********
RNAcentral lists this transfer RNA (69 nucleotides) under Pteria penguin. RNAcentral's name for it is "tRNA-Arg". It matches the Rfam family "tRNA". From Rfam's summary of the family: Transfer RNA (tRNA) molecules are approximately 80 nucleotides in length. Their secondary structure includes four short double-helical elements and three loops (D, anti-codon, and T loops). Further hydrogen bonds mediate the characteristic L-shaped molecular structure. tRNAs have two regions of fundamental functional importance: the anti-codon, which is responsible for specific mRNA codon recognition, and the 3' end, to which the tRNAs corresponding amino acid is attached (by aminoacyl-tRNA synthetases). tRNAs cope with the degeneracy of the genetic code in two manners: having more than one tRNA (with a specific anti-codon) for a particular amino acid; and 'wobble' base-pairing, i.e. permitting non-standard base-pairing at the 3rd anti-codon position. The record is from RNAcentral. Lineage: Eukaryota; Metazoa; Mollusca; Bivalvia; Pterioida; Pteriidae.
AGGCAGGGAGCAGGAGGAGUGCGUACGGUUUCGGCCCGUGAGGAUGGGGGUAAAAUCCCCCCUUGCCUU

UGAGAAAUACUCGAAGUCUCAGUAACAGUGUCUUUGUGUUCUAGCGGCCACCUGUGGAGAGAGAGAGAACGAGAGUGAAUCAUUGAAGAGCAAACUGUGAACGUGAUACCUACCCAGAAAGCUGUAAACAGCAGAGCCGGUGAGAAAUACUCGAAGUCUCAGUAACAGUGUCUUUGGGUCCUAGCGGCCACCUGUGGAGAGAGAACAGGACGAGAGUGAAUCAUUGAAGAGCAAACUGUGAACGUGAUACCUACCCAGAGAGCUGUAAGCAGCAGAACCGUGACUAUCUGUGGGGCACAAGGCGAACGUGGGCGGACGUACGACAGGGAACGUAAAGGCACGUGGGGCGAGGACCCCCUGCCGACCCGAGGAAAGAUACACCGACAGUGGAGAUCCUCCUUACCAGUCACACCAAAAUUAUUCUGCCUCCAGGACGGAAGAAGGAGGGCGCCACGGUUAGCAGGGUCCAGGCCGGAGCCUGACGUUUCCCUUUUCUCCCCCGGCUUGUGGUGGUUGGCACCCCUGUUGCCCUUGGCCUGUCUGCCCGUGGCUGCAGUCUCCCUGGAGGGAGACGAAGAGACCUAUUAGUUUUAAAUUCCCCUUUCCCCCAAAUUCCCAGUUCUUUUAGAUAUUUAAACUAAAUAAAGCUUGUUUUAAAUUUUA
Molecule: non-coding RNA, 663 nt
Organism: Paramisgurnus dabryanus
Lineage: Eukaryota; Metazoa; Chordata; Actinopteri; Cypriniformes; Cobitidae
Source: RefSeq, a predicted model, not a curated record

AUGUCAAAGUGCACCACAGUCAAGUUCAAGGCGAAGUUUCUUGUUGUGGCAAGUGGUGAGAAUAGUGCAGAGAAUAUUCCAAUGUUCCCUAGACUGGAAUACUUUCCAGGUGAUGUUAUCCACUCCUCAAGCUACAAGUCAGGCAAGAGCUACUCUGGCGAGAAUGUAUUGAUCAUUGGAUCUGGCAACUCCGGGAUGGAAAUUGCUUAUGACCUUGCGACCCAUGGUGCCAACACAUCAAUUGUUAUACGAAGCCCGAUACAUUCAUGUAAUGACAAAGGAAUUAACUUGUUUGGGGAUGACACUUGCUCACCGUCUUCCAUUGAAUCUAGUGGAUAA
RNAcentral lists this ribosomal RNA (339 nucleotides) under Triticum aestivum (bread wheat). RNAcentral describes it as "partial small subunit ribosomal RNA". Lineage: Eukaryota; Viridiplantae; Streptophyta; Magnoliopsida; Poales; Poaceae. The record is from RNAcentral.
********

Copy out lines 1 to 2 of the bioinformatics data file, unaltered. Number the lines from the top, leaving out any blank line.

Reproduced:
RNAcentral lists this transfer RNA (69 nucleotides) under Pteria penguin. RNAcentral's name for it is "tRNA-Arg". It matches the Rfam family "tRNA". From Rfam's summary of the family: Transfer RNA (tRNA) molecules are approximately 80 nucleotides in length. Their secondary structure includes four short double-helical elements and three loops (D, anti-codon, and T loops). Further hydrogen bonds mediate the characteristic L-shaped molecular structure. tRNAs have two regions of fundamental functional importance: the anti-codon, which is responsible for specific mRNA codon recognition, and the 3' end, to which the tRNAs corresponding amino acid is attached (by aminoacyl-tRNA synthetases). tRNAs cope with the degeneracy of the genetic code in two manners: having more than one tRNA (with a specific anti-codon) for a particular amino acid; and 'wobble' base-pairing, i.e. permitting non-standard base-pairing at the 3rd anti-codon position. The record is from RNAcentral. Lineage: Eukaryota; Metazoa; Mollusca; Bivalvia; Pterioida; Pteriidae.
AGGCAGGGAGCAGGAGGAGUGCGUACGGUUUCGGCCCGUGAGGAUGGGGGUAAAAUCCCCCCUUGCCUU